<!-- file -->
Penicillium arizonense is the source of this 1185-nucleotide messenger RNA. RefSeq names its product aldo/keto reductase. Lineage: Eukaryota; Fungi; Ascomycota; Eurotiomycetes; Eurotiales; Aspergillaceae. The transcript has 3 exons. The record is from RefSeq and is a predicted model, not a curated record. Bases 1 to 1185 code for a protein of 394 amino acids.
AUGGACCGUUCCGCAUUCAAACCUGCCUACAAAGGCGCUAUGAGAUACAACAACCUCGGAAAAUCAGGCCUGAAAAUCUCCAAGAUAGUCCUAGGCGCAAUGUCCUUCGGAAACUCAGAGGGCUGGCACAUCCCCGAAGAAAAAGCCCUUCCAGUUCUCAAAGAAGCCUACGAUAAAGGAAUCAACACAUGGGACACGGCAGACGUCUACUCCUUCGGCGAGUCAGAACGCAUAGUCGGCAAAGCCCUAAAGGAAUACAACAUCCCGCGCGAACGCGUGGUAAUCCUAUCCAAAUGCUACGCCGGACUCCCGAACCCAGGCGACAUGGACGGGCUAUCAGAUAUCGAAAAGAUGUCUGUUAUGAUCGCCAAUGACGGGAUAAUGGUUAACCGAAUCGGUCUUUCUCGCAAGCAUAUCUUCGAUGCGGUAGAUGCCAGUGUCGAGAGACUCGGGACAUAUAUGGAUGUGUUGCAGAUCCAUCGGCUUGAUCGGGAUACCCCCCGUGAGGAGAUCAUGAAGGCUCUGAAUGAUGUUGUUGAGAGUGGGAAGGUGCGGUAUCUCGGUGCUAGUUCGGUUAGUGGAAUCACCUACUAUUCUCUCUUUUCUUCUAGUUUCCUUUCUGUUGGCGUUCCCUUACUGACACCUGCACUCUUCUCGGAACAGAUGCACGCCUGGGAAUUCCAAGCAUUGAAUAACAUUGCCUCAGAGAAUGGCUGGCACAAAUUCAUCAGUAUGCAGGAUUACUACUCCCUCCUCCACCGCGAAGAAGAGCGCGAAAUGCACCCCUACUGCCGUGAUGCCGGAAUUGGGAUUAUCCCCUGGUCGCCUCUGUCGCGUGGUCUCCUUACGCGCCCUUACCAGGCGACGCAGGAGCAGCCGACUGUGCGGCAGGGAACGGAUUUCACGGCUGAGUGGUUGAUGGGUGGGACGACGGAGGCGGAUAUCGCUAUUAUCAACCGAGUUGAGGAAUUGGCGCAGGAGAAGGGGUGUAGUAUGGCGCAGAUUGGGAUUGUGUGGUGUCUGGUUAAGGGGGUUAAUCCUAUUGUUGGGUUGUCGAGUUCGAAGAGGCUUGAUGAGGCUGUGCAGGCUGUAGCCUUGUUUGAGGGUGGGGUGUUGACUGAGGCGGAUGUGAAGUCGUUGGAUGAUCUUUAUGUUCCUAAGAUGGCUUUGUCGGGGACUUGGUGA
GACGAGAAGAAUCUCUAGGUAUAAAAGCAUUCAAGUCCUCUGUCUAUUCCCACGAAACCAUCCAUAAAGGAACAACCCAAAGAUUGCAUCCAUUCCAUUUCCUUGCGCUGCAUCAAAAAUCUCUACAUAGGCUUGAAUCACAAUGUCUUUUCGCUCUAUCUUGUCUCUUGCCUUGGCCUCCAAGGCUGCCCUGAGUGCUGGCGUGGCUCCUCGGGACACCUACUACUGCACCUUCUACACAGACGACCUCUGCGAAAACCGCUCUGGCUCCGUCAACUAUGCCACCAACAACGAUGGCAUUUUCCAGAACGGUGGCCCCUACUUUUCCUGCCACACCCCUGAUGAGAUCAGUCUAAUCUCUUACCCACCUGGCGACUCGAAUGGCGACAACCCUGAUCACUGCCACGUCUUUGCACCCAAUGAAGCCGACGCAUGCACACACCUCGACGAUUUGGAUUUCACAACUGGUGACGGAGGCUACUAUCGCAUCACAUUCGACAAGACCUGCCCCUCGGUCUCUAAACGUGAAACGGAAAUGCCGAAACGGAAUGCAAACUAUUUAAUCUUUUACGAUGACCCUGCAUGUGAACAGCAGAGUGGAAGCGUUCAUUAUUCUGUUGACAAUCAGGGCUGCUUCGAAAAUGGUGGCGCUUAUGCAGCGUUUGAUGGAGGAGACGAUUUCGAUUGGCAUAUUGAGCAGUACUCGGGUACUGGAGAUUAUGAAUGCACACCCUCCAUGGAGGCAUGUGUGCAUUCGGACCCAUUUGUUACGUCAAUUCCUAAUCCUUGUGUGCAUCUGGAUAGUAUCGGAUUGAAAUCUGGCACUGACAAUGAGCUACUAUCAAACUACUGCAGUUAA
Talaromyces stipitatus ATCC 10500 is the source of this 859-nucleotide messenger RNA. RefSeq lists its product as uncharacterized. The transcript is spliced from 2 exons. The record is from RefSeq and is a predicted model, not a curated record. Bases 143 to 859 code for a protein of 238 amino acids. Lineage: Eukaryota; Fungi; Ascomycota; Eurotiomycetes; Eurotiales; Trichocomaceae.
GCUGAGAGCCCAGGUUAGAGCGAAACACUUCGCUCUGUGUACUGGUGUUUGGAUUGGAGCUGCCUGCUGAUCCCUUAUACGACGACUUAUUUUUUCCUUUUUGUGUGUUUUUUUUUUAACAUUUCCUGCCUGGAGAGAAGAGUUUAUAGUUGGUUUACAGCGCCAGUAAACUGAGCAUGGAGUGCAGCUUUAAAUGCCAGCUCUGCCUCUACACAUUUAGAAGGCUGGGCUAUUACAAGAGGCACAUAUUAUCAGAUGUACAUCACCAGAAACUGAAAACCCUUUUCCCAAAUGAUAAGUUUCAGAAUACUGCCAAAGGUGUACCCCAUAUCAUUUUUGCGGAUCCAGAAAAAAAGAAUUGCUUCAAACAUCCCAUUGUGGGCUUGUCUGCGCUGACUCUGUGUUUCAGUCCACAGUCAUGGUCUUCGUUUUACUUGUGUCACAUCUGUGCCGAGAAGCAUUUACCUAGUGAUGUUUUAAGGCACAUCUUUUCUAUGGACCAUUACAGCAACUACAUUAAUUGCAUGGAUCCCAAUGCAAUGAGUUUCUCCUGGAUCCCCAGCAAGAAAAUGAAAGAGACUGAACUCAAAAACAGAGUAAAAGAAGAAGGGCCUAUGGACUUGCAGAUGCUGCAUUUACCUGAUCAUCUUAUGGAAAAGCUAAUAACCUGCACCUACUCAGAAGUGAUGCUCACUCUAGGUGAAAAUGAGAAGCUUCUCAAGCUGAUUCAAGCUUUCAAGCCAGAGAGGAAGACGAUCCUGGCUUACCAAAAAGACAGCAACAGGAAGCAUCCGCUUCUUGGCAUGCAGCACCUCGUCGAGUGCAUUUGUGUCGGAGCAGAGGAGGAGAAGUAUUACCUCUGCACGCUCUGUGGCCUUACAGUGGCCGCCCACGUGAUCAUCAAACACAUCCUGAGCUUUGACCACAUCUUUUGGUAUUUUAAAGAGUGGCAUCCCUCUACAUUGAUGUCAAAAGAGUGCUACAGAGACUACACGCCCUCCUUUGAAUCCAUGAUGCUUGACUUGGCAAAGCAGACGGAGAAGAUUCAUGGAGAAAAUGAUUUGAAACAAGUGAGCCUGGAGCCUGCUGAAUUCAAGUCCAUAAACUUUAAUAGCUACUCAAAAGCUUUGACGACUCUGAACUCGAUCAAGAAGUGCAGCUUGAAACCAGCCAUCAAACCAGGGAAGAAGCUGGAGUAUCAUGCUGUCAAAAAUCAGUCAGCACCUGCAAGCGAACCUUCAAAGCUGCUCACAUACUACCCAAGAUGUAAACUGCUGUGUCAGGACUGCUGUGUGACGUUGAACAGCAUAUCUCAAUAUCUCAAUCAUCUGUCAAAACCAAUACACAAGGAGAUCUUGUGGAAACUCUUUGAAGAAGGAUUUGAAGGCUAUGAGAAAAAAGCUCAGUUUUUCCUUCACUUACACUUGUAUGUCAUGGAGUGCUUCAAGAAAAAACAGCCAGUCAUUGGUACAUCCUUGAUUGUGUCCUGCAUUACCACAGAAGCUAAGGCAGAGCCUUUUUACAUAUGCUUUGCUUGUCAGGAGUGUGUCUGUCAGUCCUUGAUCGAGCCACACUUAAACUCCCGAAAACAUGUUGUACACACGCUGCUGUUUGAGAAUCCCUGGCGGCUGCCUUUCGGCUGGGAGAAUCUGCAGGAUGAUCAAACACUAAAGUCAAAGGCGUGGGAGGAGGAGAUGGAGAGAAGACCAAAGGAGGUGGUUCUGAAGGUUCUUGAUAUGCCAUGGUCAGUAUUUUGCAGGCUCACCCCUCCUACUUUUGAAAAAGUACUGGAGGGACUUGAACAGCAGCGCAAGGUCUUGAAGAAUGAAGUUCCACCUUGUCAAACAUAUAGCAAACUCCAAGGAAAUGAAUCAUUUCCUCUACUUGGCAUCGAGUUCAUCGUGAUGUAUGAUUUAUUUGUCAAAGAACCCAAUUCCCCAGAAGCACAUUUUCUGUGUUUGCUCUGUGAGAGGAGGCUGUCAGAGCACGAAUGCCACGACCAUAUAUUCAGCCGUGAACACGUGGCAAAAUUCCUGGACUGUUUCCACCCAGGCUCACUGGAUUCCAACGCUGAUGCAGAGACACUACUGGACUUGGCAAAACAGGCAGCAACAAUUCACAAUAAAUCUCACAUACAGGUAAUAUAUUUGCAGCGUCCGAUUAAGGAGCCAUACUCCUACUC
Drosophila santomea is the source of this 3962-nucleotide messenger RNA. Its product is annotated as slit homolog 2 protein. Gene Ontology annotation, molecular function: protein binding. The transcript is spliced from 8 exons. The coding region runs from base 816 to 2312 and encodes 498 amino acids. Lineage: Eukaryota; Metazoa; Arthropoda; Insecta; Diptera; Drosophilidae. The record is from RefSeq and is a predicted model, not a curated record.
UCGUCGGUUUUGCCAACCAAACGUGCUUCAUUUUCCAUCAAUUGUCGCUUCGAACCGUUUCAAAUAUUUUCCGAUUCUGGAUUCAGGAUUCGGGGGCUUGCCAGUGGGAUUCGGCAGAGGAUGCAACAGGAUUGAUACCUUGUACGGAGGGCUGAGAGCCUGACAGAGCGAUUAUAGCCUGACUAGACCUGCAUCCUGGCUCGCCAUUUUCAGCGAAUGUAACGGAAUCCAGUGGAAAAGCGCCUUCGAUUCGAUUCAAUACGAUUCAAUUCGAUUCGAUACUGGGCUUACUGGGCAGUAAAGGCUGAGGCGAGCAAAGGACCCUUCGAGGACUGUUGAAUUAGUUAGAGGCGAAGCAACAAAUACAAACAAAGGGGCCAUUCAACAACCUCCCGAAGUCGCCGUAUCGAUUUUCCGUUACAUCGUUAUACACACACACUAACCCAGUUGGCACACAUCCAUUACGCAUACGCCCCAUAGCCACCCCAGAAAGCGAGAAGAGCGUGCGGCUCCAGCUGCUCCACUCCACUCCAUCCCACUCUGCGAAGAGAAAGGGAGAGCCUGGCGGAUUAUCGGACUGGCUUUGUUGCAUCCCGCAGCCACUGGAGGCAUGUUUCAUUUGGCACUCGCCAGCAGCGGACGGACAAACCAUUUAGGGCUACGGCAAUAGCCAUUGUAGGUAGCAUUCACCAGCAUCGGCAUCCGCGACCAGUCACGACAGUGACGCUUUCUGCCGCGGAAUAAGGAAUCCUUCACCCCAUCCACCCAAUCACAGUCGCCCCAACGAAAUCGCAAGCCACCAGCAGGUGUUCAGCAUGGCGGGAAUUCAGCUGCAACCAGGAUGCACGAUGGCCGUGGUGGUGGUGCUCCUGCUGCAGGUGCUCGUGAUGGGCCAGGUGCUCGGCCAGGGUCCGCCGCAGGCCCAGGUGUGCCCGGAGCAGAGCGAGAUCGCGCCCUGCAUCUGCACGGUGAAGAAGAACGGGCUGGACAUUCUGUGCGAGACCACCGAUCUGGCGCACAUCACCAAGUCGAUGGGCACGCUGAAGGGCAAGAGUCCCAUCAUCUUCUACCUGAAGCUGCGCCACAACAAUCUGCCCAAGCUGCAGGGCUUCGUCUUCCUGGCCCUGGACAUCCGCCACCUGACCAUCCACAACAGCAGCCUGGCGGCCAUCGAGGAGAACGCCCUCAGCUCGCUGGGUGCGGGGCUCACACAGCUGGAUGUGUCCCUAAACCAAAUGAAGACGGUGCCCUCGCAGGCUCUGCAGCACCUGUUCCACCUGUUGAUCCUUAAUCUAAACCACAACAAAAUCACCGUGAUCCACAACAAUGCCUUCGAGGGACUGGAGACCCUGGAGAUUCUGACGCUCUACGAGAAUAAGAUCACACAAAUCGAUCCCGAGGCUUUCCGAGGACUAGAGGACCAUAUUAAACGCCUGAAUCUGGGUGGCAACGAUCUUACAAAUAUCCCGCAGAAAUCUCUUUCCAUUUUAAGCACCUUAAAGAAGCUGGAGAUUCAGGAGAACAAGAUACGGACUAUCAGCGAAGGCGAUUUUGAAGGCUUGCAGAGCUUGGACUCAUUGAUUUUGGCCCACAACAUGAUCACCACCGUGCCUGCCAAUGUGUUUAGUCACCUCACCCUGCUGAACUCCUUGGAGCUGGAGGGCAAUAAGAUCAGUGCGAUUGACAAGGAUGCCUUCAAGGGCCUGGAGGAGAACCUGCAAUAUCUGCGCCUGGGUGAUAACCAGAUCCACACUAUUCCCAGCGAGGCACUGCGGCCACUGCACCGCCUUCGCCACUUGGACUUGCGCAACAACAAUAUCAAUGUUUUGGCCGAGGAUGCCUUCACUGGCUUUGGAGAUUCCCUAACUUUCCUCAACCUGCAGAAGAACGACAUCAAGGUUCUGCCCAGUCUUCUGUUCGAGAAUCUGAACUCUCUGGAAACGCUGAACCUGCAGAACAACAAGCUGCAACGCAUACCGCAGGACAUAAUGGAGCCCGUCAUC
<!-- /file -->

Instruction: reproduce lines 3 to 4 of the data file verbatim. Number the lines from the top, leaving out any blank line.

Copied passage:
GACGAGAAGAAUCUCUAGGUAUAAAAGCAUUCAAGUCCUCUGUCUAUUCCCACGAAACCAUCCAUAAAGGAACAACCCAAAGAUUGCAUCCAUUCCAUUUCCUUGCGCUGCAUCAAAAAUCUCUACAUAGGCUUGAAUCACAAUGUCUUUUCGCUCUAUCUUGUCUCUUGCCUUGGCCUCCAAGGCUGCCCUGAGUGCUGGCGUGGCUCCUCGGGACACCUACUACUGCACCUUCUACACAGACGACCUCUGCGAAAACCGCUCUGGCUCCGUCAACUAUGCCACCAACAACGAUGGCAUUUUCCAGAACGGUGGCCCCUACUUUUCCUGCCACACCCCUGAUGAGAUCAGUCUAAUCUCUUACCCACCUGGCGACUCGAAUGGCGACAACCCUGAUCACUGCCACGUCUUUGCACCCAAUGAAGCCGACGCAUGCACACACCUCGACGAUUUGGAUUUCACAACUGGUGACGGAGGCUACUAUCGCAUCACAUUCGACAAGACCUGCCCCUCGGUCUCUAAACGUGAAACGGAAAUGCCGAAACGGAAUGCAAACUAUUUAAUCUUUUACGAUGACCCUGCAUGUGAACAGCAGAGUGGAAGCGUUCAUUAUUCUGUUGACAAUCAGGGCUGCUUCGAAAAUGGUGGCGCUUAUGCAGCGUUUGAUGGAGGAGACGAUUUCGAUUGGCAUAUUGAGCAGUACUCGGGUACUGGAGAUUAUGAAUGCACACCCUCCAUGGAGGCAUGUGUGCAUUCGGACCCAUUUGUUACGUCAAUUCCUAAUCCUUGUGUGCAUCUGGAUAGUAUCGGAUUGAAAUCUGGCACUGACAAUGAGCUACUAUCAAACUACUGCAGUUAA
Talaromyces stipitatus ATCC 10500 is the source of this 859-nucleotide messenger RNA. RefSeq lists its product as uncharacterized. The transcript is spliced from 2 exons. The record is from RefSeq and is a predicted model, not a curated record. Bases 143 to 859 code for a protein of 238 amino acids. Lineage: Eukaryota; Fungi; Ascomycota; Eurotiomycetes; Eurotiales; Trichocomaceae.